Legal Conversions

You can do explicit conversions from a given type to another type if the conversion can be done using standard conversions. The results are the same. The conversions described in this section are legal; any other conversions not explicitly defined by the user (for a class type) are illegal.

A value of integral type can be explicitly converted to a pointer if the pointer is large enough to hold the integral value. A pointer that is converted to an integral value can be converted back to a pointer; its value is the same. This identity is given by the following (where p represents a pointer of any type):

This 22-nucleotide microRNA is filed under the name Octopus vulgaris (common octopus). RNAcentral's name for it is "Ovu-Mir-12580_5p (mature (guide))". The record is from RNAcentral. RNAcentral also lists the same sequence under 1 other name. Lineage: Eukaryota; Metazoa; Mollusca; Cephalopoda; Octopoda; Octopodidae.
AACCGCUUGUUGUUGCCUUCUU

p == (type *) integral-conversion( p )

With explicit conversions, the compiler does not check whether the converted value fits in the new type except when converting from pointer to integral type or vice versa.

This section describes the following conversions:

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